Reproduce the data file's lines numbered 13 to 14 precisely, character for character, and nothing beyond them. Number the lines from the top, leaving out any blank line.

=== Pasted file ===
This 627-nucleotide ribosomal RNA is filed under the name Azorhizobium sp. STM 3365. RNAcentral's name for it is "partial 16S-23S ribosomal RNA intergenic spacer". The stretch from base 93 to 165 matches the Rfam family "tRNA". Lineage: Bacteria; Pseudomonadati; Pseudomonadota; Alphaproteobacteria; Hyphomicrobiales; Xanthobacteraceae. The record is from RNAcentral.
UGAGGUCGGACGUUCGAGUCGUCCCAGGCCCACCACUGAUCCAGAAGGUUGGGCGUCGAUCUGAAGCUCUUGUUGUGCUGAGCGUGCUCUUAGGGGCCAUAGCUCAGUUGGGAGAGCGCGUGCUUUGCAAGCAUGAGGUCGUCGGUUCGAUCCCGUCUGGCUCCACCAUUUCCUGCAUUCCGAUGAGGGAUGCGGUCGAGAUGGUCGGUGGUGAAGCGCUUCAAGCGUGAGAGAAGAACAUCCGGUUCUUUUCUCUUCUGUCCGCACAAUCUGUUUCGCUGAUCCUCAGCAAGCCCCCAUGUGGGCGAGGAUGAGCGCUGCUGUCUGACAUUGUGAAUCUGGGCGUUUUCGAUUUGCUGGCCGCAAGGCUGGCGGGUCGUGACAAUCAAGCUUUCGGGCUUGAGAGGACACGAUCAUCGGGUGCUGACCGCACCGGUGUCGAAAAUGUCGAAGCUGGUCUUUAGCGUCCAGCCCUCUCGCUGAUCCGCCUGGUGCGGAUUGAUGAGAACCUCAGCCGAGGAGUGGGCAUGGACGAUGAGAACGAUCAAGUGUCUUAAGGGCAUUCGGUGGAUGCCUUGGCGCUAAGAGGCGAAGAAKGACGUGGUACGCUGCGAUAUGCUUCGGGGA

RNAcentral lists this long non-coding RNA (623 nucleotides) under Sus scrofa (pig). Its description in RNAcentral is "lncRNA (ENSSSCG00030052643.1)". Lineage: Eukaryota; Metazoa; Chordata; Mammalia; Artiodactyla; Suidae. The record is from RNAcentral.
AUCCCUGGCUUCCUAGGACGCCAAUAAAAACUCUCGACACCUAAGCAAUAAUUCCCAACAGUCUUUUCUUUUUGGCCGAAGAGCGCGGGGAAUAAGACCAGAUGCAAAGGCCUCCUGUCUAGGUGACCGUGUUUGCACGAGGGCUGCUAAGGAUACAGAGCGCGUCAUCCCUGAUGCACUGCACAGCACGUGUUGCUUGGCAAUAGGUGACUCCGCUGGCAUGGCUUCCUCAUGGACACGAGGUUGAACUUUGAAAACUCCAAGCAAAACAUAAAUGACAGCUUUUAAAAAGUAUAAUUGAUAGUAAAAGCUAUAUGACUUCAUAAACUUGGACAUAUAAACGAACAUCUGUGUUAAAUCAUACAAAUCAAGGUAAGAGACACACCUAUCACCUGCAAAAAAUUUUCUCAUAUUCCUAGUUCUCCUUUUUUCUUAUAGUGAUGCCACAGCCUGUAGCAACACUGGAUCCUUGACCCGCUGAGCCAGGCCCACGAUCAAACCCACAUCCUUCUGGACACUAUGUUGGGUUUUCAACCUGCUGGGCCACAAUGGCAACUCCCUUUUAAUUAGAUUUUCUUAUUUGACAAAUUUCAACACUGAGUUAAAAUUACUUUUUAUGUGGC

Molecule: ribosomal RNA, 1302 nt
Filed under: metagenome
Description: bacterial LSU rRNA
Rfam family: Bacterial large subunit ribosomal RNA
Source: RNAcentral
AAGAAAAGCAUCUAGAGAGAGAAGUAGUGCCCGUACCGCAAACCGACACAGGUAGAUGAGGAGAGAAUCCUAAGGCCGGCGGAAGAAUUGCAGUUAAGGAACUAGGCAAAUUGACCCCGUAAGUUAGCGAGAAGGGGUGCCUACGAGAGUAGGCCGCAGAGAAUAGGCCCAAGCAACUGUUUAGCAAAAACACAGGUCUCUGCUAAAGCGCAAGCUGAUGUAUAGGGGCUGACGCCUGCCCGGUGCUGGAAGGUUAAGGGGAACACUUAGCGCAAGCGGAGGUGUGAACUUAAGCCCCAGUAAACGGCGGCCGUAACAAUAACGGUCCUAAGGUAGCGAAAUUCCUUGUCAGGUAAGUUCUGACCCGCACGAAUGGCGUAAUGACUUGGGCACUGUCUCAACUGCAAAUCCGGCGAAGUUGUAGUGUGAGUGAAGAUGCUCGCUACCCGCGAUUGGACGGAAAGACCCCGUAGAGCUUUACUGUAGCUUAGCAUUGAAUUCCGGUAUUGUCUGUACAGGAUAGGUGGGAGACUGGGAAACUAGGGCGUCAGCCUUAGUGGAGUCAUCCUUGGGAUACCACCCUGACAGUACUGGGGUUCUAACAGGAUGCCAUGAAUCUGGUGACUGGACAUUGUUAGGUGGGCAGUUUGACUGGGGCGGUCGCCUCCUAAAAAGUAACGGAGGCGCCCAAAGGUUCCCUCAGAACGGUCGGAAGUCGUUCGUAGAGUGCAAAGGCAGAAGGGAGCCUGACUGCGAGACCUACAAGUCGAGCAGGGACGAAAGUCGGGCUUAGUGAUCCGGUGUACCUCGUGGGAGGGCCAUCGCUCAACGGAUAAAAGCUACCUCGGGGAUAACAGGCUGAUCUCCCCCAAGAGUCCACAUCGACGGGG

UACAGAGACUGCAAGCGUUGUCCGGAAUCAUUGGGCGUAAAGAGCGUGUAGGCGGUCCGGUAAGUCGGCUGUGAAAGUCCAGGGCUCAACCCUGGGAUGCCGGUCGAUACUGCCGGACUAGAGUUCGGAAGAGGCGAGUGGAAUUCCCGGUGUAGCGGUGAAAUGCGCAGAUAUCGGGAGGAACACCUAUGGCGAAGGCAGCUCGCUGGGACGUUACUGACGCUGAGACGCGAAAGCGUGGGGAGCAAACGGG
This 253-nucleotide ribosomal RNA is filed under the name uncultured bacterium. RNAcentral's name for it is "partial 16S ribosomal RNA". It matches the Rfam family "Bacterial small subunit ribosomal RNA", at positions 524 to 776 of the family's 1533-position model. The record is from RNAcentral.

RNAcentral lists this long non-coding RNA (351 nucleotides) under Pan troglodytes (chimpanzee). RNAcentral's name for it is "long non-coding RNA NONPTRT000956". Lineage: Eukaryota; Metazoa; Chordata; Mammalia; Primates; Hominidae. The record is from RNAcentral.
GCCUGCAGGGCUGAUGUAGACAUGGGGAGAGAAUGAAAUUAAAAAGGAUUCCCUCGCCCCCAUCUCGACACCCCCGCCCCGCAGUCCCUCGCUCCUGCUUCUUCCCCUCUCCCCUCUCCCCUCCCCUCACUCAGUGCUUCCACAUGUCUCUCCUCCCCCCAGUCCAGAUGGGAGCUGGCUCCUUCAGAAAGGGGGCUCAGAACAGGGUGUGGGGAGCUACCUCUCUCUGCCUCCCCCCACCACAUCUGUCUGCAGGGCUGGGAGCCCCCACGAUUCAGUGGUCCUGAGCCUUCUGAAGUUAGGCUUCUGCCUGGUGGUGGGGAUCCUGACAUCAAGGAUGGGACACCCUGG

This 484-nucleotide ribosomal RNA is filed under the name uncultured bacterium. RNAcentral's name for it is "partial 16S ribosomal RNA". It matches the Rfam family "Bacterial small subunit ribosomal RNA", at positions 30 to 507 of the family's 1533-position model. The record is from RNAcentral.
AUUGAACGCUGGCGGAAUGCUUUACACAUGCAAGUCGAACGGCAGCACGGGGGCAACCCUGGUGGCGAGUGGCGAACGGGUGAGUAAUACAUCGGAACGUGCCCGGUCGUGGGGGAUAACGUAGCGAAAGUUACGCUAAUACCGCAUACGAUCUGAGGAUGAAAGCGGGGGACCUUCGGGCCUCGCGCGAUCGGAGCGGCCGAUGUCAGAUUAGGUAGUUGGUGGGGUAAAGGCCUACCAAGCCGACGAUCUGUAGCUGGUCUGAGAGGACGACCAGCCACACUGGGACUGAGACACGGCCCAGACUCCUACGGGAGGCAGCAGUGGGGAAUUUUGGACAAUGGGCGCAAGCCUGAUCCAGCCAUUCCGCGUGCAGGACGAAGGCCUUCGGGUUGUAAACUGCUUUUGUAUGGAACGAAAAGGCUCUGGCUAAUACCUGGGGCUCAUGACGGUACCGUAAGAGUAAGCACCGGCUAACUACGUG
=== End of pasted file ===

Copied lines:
RNAcentral lists this long non-coding RNA (351 nucleotides) under Pan troglodytes (chimpanzee). RNAcentral's name for it is "long non-coding RNA NONPTRT000956". Lineage: Eukaryota; Metazoa; Chordata; Mammalia; Primates; Hominidae. The record is from RNAcentral.
GCCUGCAGGGCUGAUGUAGACAUGGGGAGAGAAUGAAAUUAAAAAGGAUUCCCUCGCCCCCAUCUCGACACCCCCGCCCCGCAGUCCCUCGCUCCUGCUUCUUCCCCUCUCCCCUCUCCCCUCCCCUCACUCAGUGCUUCCACAUGUCUCUCCUCCCCCCAGUCCAGAUGGGAGCUGGCUCCUUCAGAAAGGGGGCUCAGAACAGGGUGUGGGGAGCUACCUCUCUCUGCCUCCCCCCACCACAUCUGUCUGCAGGGCUGGGAGCCCCCACGAUUCAGUGGUCCUGAGCCUUCUGAAGUUAGGCUUCUGCCUGGUGGUGGGGAUCCUGACAUCAAGGAUGGGACACCCUGG